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The number and percentage of all cash sales (all cash, no loans) both rose in June. It’s interesting to see as the market is softening for most buyers.

Not only did the number rise month over month, but it also rose year over year. We have to go back to 2018 (which was an extremely deep seller’s market) to find more all cash deals in June.

Number of cash sales in Santa Clara County for Single Family Homes

Percentage of All cash sales, month by month, in Santa Clara County (single family homes)

Next, the actual percentage of sales among closed houses:

Percentage of all cash sales for single family homes in Santa Clara County


Note that this is the highest percentage for June of any year since 2017.

What does it mean that cash buyers are an increasing percentage of the closed sales?

  • Rising interest rates not only don’t harm the all cash, no loans buyers, it actually helps them as it weakens their competition
  • These buyers may be feeling more confident with the softened market and easier buying conditions generally
  • My thinking when we saw interest rates rising is that it would help the mortgage free buyer more than anyone else – that seems to be the case.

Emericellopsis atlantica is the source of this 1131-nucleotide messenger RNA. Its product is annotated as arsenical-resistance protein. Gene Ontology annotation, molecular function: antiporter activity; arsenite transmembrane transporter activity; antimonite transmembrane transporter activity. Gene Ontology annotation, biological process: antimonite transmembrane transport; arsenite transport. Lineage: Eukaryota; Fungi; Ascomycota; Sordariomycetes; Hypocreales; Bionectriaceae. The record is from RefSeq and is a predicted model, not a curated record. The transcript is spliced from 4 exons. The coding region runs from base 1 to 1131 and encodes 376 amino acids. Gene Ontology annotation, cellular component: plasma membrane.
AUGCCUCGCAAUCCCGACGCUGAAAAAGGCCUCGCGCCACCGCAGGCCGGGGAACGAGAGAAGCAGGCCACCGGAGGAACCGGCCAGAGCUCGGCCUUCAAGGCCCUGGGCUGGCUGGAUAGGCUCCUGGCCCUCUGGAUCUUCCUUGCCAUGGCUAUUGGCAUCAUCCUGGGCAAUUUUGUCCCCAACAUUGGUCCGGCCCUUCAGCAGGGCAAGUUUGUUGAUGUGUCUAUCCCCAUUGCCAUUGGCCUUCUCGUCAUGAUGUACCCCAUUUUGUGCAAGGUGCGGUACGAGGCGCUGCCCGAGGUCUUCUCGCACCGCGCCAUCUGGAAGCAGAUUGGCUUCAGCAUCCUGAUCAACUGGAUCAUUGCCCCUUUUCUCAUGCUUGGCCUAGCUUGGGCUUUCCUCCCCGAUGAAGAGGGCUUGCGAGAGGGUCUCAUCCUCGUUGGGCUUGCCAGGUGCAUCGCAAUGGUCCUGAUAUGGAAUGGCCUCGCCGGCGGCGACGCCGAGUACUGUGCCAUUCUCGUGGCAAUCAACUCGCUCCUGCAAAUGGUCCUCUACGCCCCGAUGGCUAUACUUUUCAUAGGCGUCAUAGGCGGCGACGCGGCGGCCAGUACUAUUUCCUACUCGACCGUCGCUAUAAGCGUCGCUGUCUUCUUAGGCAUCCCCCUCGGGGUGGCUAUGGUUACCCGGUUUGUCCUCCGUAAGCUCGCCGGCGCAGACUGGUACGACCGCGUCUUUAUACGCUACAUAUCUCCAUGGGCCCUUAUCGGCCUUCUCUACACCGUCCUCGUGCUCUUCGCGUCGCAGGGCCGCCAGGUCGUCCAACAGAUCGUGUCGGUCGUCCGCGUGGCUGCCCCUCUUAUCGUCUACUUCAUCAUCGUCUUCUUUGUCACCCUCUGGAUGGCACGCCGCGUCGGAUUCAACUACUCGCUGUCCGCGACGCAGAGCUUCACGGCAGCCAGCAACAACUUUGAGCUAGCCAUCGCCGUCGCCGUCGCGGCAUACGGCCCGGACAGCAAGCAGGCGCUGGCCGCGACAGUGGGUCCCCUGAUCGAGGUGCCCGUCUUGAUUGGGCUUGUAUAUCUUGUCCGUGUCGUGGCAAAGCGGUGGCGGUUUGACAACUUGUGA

Historically, what has happened with the percentage of all cash sales in Santa Clara County?

During the early part of the downturn (2008 – 2010), the percentage of all cash buyers was not only in single digits, but for the couple of windows I pulled up, it was in the 3% to 4% range (spring 2006 and spring 2007).

This is a data point to watch.

When the ratio is low, for home sellers, it may suggest that conditions are not as strong as in recent months for selling. For buyers, it may imply that conditions are a little better for writing offers closer to list price and for keeping all of your contingencies. We’ll need to chart other numbers, too, such as the average sales to list price, the absorption rate, etc. to be sure.

Right now, though, about 12% of the sales are all cash, and it’s really NOT an easy time for buyers as most sales involve overbids (often 110 – 120% or more of list price) and no contingencies.

I think you could read the percentage of all cash buyers as a data point of home buyer’s confidence in the real estate market. Right now, that percentage is not too different from other Marches in this pandemic period. So it seems, generally, to be holding steady.



Related Reading:

Why do sellers care if the offer has a loan or is all cash?

Cash offers: what do you need to know if buying “all cash”?

What is a contingent offer?





  • Mary Pope-Handy

    Silicon Valley Realtor, selling homes in Los Gatos, Saratoga, San Jose, Silicon Valley, and nearby since 1993. Prolific blogger with a network of sites.